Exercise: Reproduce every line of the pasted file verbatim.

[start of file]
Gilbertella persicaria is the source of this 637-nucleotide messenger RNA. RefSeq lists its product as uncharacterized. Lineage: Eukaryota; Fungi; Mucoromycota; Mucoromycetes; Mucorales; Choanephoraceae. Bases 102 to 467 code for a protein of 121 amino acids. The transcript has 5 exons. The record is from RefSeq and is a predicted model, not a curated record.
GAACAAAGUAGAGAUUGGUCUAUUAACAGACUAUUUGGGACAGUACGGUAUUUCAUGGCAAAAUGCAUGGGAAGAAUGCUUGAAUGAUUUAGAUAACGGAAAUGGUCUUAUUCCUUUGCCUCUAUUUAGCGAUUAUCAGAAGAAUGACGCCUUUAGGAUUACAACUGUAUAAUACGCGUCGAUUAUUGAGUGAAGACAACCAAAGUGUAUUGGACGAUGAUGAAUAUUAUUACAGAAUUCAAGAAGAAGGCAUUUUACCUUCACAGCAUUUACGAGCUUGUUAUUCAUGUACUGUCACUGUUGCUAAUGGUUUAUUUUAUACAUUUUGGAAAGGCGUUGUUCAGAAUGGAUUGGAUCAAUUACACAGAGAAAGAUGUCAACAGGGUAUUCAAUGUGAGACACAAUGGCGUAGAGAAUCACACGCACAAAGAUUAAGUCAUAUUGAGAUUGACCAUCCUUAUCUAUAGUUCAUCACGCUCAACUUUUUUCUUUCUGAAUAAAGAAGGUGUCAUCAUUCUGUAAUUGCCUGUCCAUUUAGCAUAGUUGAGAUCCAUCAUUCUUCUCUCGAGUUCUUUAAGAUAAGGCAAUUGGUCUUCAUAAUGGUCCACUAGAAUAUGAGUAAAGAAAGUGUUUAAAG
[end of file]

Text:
Gilbertella persicaria is the source of this 637-nucleotide messenger RNA. RefSeq lists its product as uncharacterized. Lineage: Eukaryota; Fungi; Mucoromycota; Mucoromycetes; Mucorales; Choanephoraceae. Bases 102 to 467 code for a protein of 121 amino acids. The transcript has 5 exons. The record is from RefSeq and is a predicted model, not a curated record.
GAACAAAGUAGAGAUUGGUCUAUUAACAGACUAUUUGGGACAGUACGGUAUUUCAUGGCAAAAUGCAUGGGAAGAAUGCUUGAAUGAUUUAGAUAACGGAAAUGGUCUUAUUCCUUUGCCUCUAUUUAGCGAUUAUCAGAAGAAUGACGCCUUUAGGAUUACAACUGUAUAAUACGCGUCGAUUAUUGAGUGAAGACAACCAAAGUGUAUUGGACGAUGAUGAAUAUUAUUACAGAAUUCAAGAAGAAGGCAUUUUACCUUCACAGCAUUUACGAGCUUGUUAUUCAUGUACUGUCACUGUUGCUAAUGGUUUAUUUUAUACAUUUUGGAAAGGCGUUGUUCAGAAUGGAUUGGAUCAAUUACACAGAGAAAGAUGUCAACAGGGUAUUCAAUGUGAGACACAAUGGCGUAGAGAAUCACACGCACAAAGAUUAAGUCAUAUUGAGAUUGACCAUCCUUAUCUAUAGUUCAUCACGCUCAACUUUUUUCUUUCUGAAUAAAGAAGGUGUCAUCAUUCUGUAAUUGCCUGUCCAUUUAGCAUAGUUGAGAUCCAUCAUUCUUCUCUCGAGUUCUUUAAGAUAAGGCAAUUGGUCUUCAUAAUGGUCCACUAGAAUAUGAGUAAAGAAAGUGUUUAAAG